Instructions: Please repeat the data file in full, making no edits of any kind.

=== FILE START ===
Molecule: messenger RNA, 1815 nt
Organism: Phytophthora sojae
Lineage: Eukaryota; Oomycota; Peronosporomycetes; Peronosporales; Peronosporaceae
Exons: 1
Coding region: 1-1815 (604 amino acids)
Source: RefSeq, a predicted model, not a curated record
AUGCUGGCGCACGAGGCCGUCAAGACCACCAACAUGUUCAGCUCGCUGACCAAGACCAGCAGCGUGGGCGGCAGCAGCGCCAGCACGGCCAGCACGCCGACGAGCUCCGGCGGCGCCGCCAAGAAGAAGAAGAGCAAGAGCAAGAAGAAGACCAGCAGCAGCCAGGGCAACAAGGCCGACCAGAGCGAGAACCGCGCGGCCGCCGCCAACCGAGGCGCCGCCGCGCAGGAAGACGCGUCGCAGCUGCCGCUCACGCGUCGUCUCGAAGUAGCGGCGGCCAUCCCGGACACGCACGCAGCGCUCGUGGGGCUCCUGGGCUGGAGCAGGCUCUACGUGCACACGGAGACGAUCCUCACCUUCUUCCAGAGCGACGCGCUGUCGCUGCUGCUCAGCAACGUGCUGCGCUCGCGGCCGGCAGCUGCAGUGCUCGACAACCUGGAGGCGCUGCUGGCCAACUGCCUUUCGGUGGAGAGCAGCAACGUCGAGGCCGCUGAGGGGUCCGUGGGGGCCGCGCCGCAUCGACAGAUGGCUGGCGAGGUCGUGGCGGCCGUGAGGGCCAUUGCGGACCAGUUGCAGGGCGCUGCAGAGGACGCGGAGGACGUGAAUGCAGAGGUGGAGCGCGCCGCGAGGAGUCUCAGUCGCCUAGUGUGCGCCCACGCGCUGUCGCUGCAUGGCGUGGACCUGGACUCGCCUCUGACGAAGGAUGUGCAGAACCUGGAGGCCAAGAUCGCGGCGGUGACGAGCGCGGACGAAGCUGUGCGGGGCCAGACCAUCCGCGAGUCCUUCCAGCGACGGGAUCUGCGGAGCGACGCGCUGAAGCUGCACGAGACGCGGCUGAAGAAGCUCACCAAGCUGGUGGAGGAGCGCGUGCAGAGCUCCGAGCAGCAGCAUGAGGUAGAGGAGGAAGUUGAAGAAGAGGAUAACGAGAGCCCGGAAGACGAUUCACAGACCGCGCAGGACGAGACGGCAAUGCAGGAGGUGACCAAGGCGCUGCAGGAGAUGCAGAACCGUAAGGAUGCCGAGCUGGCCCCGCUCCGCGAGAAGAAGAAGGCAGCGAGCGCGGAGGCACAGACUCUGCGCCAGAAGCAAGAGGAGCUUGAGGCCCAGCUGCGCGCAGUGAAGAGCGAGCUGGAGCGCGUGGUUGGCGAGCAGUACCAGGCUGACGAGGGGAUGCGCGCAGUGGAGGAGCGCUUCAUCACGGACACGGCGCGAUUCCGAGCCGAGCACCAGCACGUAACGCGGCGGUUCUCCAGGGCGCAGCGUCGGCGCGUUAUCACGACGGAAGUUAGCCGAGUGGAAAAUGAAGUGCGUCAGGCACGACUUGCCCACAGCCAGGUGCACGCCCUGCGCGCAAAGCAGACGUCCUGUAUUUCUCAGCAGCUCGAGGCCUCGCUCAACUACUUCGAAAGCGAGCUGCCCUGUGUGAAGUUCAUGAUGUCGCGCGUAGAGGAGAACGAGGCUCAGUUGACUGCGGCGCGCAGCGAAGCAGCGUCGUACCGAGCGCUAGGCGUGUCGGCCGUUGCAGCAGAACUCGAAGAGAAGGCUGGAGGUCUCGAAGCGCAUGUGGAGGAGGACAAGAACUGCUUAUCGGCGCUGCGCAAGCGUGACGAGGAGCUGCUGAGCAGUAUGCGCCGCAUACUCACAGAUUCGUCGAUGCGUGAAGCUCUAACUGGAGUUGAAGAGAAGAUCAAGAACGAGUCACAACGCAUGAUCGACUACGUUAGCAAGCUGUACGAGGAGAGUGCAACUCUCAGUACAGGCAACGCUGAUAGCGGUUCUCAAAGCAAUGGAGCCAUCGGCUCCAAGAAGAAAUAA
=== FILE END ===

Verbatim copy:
Molecule: messenger RNA, 1815 nt
Organism: Phytophthora sojae
Lineage: Eukaryota; Oomycota; Peronosporomycetes; Peronosporales; Peronosporaceae
Exons: 1
Coding region: 1-1815 (604 amino acids)
Source: RefSeq, a predicted model, not a curated record
AUGCUGGCGCACGAGGCCGUCAAGACCACCAACAUGUUCAGCUCGCUGACCAAGACCAGCAGCGUGGGCGGCAGCAGCGCCAGCACGGCCAGCACGCCGACGAGCUCCGGCGGCGCCGCCAAGAAGAAGAAGAGCAAGAGCAAGAAGAAGACCAGCAGCAGCCAGGGCAACAAGGCCGACCAGAGCGAGAACCGCGCGGCCGCCGCCAACCGAGGCGCCGCCGCGCAGGAAGACGCGUCGCAGCUGCCGCUCACGCGUCGUCUCGAAGUAGCGGCGGCCAUCCCGGACACGCACGCAGCGCUCGUGGGGCUCCUGGGCUGGAGCAGGCUCUACGUGCACACGGAGACGAUCCUCACCUUCUUCCAGAGCGACGCGCUGUCGCUGCUGCUCAGCAACGUGCUGCGCUCGCGGCCGGCAGCUGCAGUGCUCGACAACCUGGAGGCGCUGCUGGCCAACUGCCUUUCGGUGGAGAGCAGCAACGUCGAGGCCGCUGAGGGGUCCGUGGGGGCCGCGCCGCAUCGACAGAUGGCUGGCGAGGUCGUGGCGGCCGUGAGGGCCAUUGCGGACCAGUUGCAGGGCGCUGCAGAGGACGCGGAGGACGUGAAUGCAGAGGUGGAGCGCGCCGCGAGGAGUCUCAGUCGCCUAGUGUGCGCCCACGCGCUGUCGCUGCAUGGCGUGGACCUGGACUCGCCUCUGACGAAGGAUGUGCAGAACCUGGAGGCCAAGAUCGCGGCGGUGACGAGCGCGGACGAAGCUGUGCGGGGCCAGACCAUCCGCGAGUCCUUCCAGCGACGGGAUCUGCGGAGCGACGCGCUGAAGCUGCACGAGACGCGGCUGAAGAAGCUCACCAAGCUGGUGGAGGAGCGCGUGCAGAGCUCCGAGCAGCAGCAUGAGGUAGAGGAGGAAGUUGAAGAAGAGGAUAACGAGAGCCCGGAAGACGAUUCACAGACCGCGCAGGACGAGACGGCAAUGCAGGAGGUGACCAAGGCGCUGCAGGAGAUGCAGAACCGUAAGGAUGCCGAGCUGGCCCCGCUCCGCGAGAAGAAGAAGGCAGCGAGCGCGGAGGCACAGACUCUGCGCCAGAAGCAAGAGGAGCUUGAGGCCCAGCUGCGCGCAGUGAAGAGCGAGCUGGAGCGCGUGGUUGGCGAGCAGUACCAGGCUGACGAGGGGAUGCGCGCAGUGGAGGAGCGCUUCAUCACGGACACGGCGCGAUUCCGAGCCGAGCACCAGCACGUAACGCGGCGGUUCUCCAGGGCGCAGCGUCGGCGCGUUAUCACGACGGAAGUUAGCCGAGUGGAAAAUGAAGUGCGUCAGGCACGACUUGCCCACAGCCAGGUGCACGCCCUGCGCGCAAAGCAGACGUCCUGUAUUUCUCAGCAGCUCGAGGCCUCGCUCAACUACUUCGAAAGCGAGCUGCCCUGUGUGAAGUUCAUGAUGUCGCGCGUAGAGGAGAACGAGGCUCAGUUGACUGCGGCGCGCAGCGAAGCAGCGUCGUACCGAGCGCUAGGCGUGUCGGCCGUUGCAGCAGAACUCGAAGAGAAGGCUGGAGGUCUCGAAGCGCAUGUGGAGGAGGACAAGAACUGCUUAUCGGCGCUGCGCAAGCGUGACGAGGAGCUGCUGAGCAGUAUGCGCCGCAUACUCACAGAUUCGUCGAUGCGUGAAGCUCUAACUGGAGUUGAAGAGAAGAUCAAGAACGAGUCACAACGCAUGAUCGACUACGUUAGCAAGCUGUACGAGGAGAGUGCAACUCUCAGUACAGGCAACGCUGAUAGCGGUUCUCAAAGCAAUGGAGCCAUCGGCUCCAAGAAGAAAUAA